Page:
How the differences between US and British humor reveal much about the two nations
Due to the fact that people in the USA and people in the UK speak similar languages and for the most part can understand each other tolerably well, there’s a certain amount of cross-cultural interaction that occurs in the realm of popular entertainments. Nowhere is this more true than in the area of comedy: most British people are familiar with at least a few US comic performers and most US citizens are familiar with at least a few British comedy programs.
The question therefore tends to arise: what’s the difference between US and British humor?
One difference arises from those who produce content. British comedy has historically been dominated by graduates from Oxford and Cambridge and therefore aimed solidly at the middle-class. Working-class (blue collar) viewers had to content themselves with Benny Hill, the nearest thing the British have ever produced that resembles generic lowbrow US comedy. In the USA, Hollywood producers and writers aim squarely at the mass market, which means simple formulae and a great deal of very obvious and very labored business. Laugh tracks were pioneered in the USA to ensure that the good folks at home would know when to join in the merriment — they couldn’t be trusted to work it out for themselves. To their eternal shame the British then imported this appalling innovation, which is why so many British productions of the 1970s and 1980s have grating laughter interrupting the humor on an annoyingly regular basis.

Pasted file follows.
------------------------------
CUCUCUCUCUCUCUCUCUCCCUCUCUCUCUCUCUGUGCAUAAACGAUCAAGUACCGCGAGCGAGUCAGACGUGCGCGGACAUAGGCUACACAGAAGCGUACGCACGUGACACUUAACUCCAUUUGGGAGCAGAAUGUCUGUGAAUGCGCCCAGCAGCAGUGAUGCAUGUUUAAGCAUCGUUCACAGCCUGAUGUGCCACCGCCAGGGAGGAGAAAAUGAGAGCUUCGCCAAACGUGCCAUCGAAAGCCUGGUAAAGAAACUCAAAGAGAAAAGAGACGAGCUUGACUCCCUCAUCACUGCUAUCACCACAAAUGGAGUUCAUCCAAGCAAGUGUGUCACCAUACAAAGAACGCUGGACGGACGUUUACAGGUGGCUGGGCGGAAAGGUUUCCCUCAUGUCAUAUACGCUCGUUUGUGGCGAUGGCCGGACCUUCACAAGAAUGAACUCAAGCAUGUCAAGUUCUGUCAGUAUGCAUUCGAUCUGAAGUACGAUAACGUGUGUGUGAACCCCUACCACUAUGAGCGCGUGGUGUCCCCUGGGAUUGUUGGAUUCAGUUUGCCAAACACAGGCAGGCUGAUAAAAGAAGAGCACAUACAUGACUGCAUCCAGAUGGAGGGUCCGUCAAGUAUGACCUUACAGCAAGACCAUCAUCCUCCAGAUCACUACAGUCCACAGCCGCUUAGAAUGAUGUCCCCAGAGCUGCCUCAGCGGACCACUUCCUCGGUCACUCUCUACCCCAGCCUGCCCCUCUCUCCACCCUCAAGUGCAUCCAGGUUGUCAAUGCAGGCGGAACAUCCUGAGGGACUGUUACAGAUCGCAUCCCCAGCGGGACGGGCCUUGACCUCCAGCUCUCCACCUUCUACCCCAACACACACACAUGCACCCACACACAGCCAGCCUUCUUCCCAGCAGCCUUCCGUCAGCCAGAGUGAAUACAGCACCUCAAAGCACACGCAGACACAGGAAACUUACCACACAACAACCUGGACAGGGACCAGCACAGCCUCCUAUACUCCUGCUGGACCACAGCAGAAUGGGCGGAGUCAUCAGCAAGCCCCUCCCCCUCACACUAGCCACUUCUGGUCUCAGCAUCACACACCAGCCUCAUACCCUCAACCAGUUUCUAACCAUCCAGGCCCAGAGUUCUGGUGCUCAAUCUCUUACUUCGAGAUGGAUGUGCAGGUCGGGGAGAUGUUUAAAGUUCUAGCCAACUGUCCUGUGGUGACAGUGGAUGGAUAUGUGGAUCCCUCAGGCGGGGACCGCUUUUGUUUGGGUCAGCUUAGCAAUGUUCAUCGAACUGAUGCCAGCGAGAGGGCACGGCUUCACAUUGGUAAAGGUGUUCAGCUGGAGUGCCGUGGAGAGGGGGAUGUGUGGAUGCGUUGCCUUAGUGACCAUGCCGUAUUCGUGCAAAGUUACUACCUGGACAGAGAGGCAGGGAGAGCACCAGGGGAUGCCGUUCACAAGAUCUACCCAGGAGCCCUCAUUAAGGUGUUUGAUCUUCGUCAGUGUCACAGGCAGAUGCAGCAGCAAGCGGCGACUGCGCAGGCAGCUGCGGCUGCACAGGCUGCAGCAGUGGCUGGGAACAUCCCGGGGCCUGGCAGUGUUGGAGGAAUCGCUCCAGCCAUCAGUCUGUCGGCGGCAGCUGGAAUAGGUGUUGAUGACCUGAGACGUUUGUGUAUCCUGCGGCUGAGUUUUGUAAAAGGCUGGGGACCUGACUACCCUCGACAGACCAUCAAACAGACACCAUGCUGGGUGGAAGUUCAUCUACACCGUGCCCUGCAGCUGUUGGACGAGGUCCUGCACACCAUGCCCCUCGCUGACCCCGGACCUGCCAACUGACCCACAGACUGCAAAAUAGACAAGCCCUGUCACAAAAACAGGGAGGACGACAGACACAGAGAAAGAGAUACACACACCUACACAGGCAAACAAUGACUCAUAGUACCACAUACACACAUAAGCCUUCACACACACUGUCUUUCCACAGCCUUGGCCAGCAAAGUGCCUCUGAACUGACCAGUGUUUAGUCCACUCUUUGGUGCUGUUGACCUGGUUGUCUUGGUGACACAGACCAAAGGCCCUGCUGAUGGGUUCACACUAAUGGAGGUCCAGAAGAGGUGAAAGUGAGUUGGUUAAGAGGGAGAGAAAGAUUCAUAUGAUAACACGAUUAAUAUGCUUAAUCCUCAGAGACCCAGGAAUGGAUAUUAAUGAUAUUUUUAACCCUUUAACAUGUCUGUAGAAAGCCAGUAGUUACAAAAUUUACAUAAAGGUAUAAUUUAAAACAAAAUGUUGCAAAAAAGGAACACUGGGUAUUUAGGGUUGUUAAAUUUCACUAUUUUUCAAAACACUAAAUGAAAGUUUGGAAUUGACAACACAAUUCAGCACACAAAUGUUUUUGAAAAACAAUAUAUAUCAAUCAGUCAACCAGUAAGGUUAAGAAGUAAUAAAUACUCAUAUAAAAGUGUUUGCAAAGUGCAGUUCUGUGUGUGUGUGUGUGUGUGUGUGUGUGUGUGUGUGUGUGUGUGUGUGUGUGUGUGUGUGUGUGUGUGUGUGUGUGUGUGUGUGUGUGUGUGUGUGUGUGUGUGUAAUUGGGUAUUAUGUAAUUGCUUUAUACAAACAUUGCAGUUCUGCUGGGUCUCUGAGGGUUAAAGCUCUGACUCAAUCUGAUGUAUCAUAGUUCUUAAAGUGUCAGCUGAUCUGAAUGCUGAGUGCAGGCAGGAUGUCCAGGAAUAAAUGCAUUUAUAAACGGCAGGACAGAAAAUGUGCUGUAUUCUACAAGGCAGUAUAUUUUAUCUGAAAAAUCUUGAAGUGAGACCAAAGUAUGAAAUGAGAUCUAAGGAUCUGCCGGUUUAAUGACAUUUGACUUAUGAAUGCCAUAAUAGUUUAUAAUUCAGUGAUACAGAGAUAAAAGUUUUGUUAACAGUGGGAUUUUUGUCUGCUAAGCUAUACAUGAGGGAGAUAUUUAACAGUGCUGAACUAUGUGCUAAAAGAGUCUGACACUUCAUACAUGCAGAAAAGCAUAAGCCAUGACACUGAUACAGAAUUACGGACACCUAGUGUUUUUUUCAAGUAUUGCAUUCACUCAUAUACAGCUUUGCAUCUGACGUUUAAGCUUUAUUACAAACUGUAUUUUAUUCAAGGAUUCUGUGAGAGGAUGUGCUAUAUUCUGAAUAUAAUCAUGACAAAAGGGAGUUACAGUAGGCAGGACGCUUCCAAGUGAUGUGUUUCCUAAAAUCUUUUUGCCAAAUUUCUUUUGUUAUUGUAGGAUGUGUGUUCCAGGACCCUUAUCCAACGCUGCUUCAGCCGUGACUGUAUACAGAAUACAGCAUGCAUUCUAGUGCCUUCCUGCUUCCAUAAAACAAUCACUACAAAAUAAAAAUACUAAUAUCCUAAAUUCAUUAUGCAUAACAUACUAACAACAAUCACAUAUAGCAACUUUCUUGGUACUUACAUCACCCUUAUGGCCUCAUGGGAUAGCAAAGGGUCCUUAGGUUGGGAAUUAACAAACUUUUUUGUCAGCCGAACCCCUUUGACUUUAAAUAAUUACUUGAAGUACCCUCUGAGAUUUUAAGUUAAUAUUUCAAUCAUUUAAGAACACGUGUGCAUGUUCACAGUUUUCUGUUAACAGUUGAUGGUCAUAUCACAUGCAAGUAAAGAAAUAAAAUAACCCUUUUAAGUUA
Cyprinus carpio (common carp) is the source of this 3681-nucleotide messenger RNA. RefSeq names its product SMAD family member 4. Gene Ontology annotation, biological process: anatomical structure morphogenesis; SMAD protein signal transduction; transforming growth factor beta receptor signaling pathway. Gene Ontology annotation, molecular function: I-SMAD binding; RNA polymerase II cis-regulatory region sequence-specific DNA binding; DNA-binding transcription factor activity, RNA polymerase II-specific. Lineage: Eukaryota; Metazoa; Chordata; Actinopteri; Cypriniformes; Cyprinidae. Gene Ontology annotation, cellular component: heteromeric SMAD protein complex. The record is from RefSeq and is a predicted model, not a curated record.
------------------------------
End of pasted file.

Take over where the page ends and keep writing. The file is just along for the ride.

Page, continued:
As a consequence of the fact comedy is created by and aimed at quite different sets of people, the British tend to answer the question about difference by complacently asserting that “Americans have slapstick whereas we British have wit.”
And it’s certainly true that a lot of British humor is unintelligible to those lacking the right sort of education. It’s easy to juxtapose The Three Stooges against the plays and dinner conversation of Oscar Wilde or Noel Coward and see how the Brits benefit from the comparison. It’s just as easy to point to the British (original) version of The Office and the mindless mumming of the US version to illustrate the enormous intellectual gulf between the two nations. Everything in the US is…